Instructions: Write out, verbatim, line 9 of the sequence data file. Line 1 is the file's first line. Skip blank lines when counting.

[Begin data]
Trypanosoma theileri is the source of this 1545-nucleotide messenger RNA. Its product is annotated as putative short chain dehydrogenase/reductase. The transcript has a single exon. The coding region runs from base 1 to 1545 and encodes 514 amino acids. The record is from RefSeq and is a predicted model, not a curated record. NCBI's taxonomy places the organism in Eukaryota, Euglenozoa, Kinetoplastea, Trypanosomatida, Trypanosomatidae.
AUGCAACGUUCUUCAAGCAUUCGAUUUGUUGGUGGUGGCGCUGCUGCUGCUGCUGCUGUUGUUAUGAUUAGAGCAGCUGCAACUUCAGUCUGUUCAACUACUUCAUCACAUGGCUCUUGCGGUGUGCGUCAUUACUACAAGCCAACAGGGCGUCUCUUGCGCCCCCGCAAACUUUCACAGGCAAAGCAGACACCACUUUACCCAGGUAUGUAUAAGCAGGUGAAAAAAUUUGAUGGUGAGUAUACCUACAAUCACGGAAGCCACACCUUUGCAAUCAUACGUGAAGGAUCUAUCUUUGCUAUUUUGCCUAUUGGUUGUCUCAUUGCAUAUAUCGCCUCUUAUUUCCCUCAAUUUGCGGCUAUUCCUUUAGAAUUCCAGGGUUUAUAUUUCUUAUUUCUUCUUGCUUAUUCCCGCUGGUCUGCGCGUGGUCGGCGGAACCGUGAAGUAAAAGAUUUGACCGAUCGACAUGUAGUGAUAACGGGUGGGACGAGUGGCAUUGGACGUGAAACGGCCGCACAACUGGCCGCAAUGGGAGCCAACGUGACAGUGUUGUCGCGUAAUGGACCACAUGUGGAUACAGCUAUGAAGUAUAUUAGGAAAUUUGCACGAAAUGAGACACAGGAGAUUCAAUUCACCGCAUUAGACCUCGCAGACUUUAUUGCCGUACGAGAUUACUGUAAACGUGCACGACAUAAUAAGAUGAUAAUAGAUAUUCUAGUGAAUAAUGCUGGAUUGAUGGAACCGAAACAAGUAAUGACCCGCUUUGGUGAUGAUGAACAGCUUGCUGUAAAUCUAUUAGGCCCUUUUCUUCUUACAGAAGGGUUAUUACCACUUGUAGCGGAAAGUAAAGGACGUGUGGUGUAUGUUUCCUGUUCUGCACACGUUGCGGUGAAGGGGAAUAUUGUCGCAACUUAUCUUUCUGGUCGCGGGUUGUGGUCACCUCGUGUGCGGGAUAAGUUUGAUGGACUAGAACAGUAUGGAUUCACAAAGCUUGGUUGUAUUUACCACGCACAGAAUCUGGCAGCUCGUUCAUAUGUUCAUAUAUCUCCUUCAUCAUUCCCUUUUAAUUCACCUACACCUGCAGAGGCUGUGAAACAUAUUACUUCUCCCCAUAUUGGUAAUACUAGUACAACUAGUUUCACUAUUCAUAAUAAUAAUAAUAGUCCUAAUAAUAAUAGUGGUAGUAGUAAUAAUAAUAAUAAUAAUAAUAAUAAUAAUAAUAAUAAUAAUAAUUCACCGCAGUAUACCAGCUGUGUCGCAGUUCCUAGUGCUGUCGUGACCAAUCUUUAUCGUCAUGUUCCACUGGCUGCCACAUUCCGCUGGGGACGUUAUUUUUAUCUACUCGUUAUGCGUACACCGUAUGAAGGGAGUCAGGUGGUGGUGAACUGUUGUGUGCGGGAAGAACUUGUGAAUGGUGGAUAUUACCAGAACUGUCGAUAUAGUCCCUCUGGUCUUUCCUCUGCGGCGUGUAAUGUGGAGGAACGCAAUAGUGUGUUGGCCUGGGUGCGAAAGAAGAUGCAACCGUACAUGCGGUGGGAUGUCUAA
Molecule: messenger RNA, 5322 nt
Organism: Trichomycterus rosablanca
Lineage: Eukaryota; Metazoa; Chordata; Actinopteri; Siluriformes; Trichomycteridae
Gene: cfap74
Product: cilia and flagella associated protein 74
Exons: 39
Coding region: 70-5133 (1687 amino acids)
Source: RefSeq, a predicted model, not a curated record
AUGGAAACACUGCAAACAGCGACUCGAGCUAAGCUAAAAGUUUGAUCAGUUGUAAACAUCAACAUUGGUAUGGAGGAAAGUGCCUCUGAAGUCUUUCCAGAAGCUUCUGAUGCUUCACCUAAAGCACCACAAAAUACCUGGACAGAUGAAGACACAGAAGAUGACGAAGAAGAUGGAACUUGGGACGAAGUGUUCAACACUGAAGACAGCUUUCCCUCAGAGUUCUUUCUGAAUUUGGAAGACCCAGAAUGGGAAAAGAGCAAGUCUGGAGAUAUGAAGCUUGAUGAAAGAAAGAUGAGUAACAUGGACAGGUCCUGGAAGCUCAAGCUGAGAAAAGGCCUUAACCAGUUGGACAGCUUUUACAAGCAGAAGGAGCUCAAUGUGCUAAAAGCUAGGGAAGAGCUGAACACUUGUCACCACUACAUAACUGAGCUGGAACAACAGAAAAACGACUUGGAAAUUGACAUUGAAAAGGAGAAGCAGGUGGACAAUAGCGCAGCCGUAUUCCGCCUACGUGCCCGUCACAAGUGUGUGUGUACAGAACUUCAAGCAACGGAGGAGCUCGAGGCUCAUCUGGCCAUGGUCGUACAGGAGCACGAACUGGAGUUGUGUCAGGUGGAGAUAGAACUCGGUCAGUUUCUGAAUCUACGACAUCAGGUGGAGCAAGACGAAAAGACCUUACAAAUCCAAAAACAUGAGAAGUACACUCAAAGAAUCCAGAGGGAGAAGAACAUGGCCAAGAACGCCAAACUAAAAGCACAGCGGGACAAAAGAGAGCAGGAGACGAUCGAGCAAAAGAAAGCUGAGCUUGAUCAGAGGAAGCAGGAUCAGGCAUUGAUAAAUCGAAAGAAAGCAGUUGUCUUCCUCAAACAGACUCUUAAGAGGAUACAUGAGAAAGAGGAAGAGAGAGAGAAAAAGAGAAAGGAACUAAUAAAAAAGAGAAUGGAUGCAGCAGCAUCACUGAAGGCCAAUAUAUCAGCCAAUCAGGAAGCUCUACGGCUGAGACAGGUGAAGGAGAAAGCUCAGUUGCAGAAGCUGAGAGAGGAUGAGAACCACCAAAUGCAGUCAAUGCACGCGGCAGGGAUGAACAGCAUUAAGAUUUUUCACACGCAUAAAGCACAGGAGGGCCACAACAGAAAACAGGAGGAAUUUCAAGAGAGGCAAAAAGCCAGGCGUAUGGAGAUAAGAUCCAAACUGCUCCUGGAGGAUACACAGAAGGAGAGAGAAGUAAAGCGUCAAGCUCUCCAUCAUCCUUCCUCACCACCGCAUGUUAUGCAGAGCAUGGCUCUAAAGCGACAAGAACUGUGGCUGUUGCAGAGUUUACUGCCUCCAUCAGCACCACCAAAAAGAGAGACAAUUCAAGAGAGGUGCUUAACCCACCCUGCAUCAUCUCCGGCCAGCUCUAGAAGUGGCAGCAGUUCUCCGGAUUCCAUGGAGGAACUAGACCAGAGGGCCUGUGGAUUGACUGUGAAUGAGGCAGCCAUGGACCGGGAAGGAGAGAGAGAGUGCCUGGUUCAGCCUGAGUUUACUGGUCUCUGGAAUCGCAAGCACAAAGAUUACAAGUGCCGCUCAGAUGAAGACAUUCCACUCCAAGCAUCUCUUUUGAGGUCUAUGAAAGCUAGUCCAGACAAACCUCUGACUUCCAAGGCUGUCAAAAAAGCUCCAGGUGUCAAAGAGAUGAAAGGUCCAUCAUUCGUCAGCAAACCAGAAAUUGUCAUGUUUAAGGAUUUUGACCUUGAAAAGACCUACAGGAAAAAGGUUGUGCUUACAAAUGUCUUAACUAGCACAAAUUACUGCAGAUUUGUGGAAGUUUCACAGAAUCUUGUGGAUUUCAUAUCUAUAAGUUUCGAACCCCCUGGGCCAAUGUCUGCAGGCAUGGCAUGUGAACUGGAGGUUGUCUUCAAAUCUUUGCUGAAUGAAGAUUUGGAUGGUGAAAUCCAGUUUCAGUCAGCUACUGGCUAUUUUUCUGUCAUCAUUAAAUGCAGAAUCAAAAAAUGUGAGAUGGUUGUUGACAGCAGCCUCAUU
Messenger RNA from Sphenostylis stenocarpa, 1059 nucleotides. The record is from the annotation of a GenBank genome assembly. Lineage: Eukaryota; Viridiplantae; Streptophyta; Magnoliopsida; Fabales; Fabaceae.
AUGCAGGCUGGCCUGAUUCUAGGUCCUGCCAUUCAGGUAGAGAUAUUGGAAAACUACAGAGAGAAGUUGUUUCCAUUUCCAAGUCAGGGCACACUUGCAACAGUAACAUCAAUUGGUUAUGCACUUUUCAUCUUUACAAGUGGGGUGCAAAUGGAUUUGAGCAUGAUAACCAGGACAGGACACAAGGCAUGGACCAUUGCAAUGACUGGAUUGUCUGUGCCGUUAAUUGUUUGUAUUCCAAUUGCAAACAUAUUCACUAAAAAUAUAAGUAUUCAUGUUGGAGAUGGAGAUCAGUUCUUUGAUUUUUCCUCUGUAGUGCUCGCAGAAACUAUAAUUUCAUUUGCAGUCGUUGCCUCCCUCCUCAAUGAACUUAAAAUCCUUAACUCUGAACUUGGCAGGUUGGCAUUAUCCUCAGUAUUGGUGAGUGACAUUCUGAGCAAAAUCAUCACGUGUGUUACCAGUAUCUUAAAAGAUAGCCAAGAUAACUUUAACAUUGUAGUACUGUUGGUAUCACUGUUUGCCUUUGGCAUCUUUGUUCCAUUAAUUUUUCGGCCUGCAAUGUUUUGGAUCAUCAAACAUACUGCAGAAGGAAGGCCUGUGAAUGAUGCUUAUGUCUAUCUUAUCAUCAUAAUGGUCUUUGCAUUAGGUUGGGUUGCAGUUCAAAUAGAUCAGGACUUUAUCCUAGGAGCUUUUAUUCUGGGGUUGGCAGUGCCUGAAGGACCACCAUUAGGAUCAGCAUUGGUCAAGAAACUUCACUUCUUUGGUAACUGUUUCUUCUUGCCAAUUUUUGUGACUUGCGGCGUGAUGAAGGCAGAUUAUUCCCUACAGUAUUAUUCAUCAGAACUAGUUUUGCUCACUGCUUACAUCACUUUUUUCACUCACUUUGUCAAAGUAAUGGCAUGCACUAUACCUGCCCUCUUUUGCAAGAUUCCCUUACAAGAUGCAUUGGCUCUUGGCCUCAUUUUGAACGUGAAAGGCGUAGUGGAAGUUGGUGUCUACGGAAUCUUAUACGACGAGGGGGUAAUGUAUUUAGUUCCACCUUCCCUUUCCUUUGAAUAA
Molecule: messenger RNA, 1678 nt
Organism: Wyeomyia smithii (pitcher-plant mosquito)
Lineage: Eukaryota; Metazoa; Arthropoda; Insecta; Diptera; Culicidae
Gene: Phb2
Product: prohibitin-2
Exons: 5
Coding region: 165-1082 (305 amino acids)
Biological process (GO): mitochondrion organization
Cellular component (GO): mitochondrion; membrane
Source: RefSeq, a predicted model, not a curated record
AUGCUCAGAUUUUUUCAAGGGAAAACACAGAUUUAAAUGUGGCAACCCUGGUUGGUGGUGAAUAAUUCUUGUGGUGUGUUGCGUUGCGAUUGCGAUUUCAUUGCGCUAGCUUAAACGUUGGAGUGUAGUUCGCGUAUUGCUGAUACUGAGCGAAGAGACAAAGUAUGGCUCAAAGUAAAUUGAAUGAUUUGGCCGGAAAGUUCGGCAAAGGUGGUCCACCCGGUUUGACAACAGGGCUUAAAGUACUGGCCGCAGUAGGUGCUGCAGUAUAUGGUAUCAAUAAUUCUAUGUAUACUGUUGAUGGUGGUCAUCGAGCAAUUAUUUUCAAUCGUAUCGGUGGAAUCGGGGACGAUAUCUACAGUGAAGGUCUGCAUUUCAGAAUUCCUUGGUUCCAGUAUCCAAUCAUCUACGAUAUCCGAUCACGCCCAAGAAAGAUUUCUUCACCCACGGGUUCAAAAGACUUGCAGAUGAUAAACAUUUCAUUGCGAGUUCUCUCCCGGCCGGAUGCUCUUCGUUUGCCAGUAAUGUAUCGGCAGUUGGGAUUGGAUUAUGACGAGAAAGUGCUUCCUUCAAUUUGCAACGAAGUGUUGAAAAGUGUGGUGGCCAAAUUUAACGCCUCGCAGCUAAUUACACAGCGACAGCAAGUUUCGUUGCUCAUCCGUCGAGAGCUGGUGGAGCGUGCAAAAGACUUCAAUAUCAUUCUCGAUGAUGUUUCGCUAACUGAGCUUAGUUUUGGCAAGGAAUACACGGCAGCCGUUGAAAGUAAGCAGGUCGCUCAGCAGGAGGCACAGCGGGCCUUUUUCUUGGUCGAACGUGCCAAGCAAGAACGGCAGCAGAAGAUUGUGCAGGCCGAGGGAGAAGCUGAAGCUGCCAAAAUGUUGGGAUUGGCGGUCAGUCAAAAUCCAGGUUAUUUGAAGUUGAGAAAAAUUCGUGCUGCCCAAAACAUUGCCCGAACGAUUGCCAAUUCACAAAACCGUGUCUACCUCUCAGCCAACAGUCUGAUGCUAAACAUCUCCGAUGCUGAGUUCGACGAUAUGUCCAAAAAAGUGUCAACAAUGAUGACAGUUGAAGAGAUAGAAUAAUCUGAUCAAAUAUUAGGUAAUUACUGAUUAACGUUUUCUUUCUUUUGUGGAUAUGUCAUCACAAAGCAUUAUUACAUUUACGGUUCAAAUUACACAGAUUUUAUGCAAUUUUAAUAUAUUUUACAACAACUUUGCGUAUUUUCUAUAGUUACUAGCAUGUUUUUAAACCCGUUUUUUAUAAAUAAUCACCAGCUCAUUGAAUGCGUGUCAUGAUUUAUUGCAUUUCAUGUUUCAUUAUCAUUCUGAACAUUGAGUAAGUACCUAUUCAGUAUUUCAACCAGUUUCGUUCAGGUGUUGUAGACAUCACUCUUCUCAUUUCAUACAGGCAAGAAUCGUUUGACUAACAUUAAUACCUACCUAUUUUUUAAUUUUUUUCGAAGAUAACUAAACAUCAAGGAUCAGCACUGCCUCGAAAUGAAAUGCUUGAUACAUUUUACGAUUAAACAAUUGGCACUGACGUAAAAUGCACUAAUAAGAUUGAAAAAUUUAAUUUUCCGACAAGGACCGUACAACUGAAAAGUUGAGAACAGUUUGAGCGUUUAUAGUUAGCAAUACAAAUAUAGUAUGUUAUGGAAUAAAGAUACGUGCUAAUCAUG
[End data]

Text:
Coding region: 70-5133 (1687 amino acids)